In 1989, Professor Murray Vimy from the University of Calgary in Canada studied the effects of mercury fillings on sheep.

His research team used radioactively-labelled mercury for ease of tracking and found substantial quantities of the element in all major organs within 30 days of amalgam placement.

Most worrying was that mercury crossed the placenta in pregnant sheep, with high levels showing up in the unborn lambs.

Mercury vapours are continuously released from fillings, especially when we consume hot or acidic food and drink.

Many of my clients have detectable levels of mercury in their hair but not all are equally affected.

Whether someone is pushed over the toxicity threshold depends largely on genetics, lifestyle and environment.

To date, mercury has been linked with a host of immune and digestive disorders as well as liver and kidney damage, dermatitis, neurological and mental deterioration.

In 1998, the British Dental Association (BDA) finally recommended that pregnant women should no longer be given mercury fillings.

So is it okay for the rest of us? The BDA assures us that mercury becomes "lockedin"

when mixed with other metals and we only absorb insignificant amounts.

However, the World Health Organisation states there is no such thing as a safe level of mercury.

Generally, fillings contain 50 per cent mercury. The rest is made up of silver, copper, tin and zinc.

Some old fillings have been found to contain as little as 10 per cent mercury.

This is hardly surprising as mercury in the mouth finds itself in a saliva-rich, abrasive environment which actively encourages its release. The missing 40 per cent would have been swallowed, inhaled or absorbed.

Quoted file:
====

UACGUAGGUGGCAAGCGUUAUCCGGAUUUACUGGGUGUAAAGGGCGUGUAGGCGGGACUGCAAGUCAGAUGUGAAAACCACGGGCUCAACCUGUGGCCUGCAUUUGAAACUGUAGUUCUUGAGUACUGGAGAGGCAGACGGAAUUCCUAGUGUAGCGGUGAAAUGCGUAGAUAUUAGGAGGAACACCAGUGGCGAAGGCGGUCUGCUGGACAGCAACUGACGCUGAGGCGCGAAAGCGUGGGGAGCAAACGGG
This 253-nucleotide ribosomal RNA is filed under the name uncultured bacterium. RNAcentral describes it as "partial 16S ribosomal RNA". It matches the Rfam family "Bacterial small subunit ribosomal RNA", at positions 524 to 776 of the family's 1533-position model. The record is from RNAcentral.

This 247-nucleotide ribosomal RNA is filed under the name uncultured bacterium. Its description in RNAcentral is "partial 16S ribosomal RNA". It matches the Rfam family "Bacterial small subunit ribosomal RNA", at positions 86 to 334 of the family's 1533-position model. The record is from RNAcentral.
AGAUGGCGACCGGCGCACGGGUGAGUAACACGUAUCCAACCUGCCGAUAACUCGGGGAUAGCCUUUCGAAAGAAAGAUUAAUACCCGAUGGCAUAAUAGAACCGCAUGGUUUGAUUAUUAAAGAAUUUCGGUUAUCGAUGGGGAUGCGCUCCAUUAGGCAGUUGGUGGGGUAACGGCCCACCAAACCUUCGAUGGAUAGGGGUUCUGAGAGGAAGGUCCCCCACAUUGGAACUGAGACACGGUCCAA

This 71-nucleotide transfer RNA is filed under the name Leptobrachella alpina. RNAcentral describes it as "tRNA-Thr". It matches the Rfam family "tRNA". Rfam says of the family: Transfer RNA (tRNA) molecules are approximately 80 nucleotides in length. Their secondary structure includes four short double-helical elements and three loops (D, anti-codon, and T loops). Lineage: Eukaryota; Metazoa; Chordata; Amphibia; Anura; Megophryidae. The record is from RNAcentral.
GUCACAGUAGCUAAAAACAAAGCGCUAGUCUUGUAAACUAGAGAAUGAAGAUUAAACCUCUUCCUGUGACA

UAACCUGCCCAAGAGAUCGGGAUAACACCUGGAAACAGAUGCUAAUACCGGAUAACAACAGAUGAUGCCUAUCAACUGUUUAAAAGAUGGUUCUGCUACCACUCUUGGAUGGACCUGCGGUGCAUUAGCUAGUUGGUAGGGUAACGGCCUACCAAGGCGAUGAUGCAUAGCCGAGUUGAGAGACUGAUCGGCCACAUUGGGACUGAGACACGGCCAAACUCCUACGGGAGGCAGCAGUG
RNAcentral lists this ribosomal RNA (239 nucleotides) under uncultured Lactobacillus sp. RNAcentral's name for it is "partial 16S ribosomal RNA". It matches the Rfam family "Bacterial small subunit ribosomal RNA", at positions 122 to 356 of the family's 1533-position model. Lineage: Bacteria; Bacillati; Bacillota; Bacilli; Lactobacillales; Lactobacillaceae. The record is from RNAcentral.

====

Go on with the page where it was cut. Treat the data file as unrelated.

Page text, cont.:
The BDA knows we are dealing with one of the most toxic materials on the planet.

All dental staff are given strict guidelines on how to handle and dispose of mercury safely and warned about its hazards.

Yet, the BDA is unlikely to change their mind about prohibiting its use in our heads. And for good reason.

Just imagine the stampede if millions of people rushed to have all their old fillings removed. Or the hefty claims for compensation if the dental profession admitted to having made a terrible mistake when they introduced mercury amalgams 150 years ago.

We hope for enlightened dentists and viable alternatives.

These are improving all the time and based on plastic, gold or porcelain.

Fitting them is more expensive and requires more time and expertise but they are surely worthy of attention if we value our health.

The British Society for Mercury-Free Dentistry provides a list of dentists trained to remove amalgams safely (tel 0207 373 3655).

Dr Philip Yellowley, for instance, uses rubber dams and specialised suction tips when removing mercury laden teeth to reduce exposure to a minimum. During the procedure, patients are kitted out with goggles and breathe pure oxygen.

Patients are also given specific advice on how to detox before, during and after treatment.

Dr Yellowley practices at the Hove Court Dental Centre, 2 New Church Rd, Hove (tel 01273 770377 or visit